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Dec. 31, 2012
An excerpt from The Beverly Hills Supper Club: The Untold Story Behind Kentucky’s Worst Tragedy by Robert D. Webster. This is the true untold story of what led to Kentucky’s worst tragedy – a story of greed, corruption, deceit, mafia rule, government cover-ups, kidnapping, and even murder. In fact, this book details what should now be considered as the worst case of mass murder in United States history.
by Robert D. Webster
It seems to me it was a Wednesday night. I may be wrong, but I think that’s when I received a telephone call that persuaded me to begin a project that would completely consume the next five years of my life. The man introduced himself as David Brock, but I certainly didn’t know who he was. In search of an author, he had been given my name and telephone number by the staff at the Kenton County Public Library in Covington. I had written two other books and dozens of smaller articles on local history, and he was told that I might be the person to talk to. Before 30 seconds had elapsed in the call, he posed his simple question: “Would you be interested in writing another book?”
Thoughts quickly went through my mind, “Oh my gosh. If I start yet another book and spend more countless hours locked in my office, my wife’s going to leave me.” I had just finished a book detailing the history of the many movie theaters that had once graced the streets of our Northern Kentucky neighborhoods. In fact, my office was still filled with clutter left behind after months of necessary research for the publication. I had to admit, however, I was more than a little curious as to the topic. I had always been interested in local history and maybe this gentleman had a good idea. I asked, “What about?” His reply: “The Beverly Hills Supper Club fire.”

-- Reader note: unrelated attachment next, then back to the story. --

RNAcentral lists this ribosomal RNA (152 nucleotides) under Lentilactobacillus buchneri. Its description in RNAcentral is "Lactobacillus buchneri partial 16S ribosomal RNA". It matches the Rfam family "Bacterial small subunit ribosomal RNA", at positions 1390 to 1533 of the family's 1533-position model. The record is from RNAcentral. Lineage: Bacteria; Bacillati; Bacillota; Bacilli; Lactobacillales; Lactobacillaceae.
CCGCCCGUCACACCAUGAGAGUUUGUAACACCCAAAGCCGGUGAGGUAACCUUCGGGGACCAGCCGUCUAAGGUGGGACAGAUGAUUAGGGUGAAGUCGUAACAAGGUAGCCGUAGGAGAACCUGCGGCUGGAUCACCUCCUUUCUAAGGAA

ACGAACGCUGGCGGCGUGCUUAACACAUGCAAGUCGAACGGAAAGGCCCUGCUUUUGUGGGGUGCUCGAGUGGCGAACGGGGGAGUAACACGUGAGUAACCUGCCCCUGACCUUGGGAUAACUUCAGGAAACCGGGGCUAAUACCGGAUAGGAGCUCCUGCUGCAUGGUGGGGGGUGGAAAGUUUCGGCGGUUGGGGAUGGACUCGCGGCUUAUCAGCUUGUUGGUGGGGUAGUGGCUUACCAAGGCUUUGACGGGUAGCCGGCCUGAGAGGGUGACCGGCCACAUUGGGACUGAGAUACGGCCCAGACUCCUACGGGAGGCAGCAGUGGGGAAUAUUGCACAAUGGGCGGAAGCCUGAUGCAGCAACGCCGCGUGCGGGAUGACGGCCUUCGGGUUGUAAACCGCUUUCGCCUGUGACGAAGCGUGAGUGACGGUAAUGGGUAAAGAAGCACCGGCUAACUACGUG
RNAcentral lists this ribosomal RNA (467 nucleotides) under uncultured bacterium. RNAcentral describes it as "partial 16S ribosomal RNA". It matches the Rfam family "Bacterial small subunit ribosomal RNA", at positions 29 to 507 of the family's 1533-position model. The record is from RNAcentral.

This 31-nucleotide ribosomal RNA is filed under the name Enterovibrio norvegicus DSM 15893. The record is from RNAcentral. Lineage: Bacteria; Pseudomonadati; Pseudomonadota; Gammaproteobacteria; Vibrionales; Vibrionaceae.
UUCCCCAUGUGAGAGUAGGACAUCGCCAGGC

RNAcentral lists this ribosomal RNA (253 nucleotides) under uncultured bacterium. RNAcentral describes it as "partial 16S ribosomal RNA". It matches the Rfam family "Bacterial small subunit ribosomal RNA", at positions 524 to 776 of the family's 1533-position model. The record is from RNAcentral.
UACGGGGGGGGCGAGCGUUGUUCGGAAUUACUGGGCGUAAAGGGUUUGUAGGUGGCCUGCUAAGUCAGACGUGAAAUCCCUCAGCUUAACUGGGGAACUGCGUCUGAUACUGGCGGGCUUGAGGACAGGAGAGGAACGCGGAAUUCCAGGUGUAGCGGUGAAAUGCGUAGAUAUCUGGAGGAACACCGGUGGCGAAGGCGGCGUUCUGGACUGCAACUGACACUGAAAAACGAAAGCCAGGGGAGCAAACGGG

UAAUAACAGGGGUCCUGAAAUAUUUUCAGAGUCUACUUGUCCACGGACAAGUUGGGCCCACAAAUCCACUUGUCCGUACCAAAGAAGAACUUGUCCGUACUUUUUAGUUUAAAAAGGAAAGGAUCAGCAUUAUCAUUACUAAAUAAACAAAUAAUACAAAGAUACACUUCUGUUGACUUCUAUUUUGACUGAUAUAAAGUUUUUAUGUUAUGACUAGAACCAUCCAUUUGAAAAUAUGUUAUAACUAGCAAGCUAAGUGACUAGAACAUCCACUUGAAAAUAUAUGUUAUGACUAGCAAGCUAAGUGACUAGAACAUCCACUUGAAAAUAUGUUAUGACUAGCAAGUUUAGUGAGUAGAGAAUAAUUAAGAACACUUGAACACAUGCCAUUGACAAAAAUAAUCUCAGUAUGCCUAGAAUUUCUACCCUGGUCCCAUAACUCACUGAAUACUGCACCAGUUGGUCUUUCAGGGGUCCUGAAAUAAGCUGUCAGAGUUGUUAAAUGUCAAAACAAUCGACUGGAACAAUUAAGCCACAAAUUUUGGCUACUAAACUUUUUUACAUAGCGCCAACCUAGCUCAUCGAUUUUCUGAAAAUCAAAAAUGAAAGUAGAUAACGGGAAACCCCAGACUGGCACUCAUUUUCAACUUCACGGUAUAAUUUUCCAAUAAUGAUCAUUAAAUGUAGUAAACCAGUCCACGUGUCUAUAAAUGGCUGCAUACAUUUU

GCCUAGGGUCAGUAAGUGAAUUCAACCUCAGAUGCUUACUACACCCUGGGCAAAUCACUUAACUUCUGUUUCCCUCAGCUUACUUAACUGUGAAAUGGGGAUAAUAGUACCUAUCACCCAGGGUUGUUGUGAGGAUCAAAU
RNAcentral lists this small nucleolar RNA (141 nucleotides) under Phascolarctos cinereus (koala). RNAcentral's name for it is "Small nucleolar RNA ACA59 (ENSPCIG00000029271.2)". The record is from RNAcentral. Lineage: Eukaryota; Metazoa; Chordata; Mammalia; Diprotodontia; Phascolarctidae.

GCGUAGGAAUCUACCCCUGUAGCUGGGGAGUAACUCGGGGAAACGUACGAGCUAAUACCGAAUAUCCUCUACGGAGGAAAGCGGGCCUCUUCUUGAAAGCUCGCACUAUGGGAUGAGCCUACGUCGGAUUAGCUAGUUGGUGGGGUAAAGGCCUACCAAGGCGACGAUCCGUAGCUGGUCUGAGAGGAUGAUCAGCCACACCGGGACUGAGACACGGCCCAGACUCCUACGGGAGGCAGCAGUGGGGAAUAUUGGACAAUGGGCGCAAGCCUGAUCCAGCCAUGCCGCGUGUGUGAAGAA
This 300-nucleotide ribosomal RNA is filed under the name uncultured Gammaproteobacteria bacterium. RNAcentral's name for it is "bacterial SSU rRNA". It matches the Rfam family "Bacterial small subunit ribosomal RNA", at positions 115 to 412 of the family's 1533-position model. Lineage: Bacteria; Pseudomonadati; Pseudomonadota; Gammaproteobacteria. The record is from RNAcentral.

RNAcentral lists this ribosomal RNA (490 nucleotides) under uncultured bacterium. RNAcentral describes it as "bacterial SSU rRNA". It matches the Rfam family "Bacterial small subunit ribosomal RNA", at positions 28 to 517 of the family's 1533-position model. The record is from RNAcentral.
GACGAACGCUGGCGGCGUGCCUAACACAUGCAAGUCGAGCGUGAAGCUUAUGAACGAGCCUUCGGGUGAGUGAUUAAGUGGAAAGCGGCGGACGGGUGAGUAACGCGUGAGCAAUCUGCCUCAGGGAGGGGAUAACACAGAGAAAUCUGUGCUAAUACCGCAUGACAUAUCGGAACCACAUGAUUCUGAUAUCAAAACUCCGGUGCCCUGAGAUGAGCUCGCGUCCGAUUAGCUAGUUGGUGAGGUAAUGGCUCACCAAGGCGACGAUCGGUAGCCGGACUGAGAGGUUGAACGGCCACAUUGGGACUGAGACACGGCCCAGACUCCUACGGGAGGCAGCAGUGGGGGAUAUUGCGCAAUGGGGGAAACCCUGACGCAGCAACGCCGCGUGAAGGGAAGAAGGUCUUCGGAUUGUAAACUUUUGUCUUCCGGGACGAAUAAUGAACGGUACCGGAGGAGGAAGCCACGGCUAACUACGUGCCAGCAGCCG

At first, I thought I had dodged a bullet. While I didn’t know everything there was to know about the fire, I certainly knew there had already been quite a lot written on the subject. The story was more than 30 years old, yet it was a topic that remained extremely familiar to residents throughout the region. Also, there had been very little written about the club’s early history and that greatly intrigued me. The place was a speakeasy in the 1920s, serving illegal alcohol during the Prohibition era. From the late 1930s to the early 1960s, it was one of the largest illegal gambling casinos in the entire Midwest – owned and operated by members of the Cleveland syndicate. A concise account of the club’s entire history might prove to be a great seller. However, the Beverly Hills Supper Club is best known for one particular event.
On Saturday May 28, 1977, the Commonwealth of Kentucky experienced its worst tragedy since the great Civil War. The Beverly Hills Supper Club, located in the tiny town of Southgate in Northern Kentucky, was packed with people over the Memorial Day weekend, many to see popular entertainer, John Davidson. Before midnight, more than 120 bodies had been pulled from the burning structure and dozens more would be found the following day in what was the third-worst nightclub fire in our nation’s history. Within 24 hours, blame had been placed on the club’s owners with rumors of grossly overcrowding the many banquet rooms, having exits chained and locked, not installing a sprinkler system, having flammable furnishings, and for waiting as much as 20 minutes before calling the fire department. Governor Julian Carroll even issued a statement that criminal indictment against the owners were likely.
Within days of the tragedy, a young, unknown attorney from Cincinnati named Stan Chesley began compiling a list of companies, from upholstery manufacturers and aluminum wiring companies to makers of ceiling tiles and seat cushions. He and a host of other lawyers would eventually sue in what was the first class-action lawsuit of its kind in the entire country. Though the official cause of the fire was never determined during the initial investigation, hundreds of companies paid millions in out-of-court settlements during a series of civil trials which lasted years.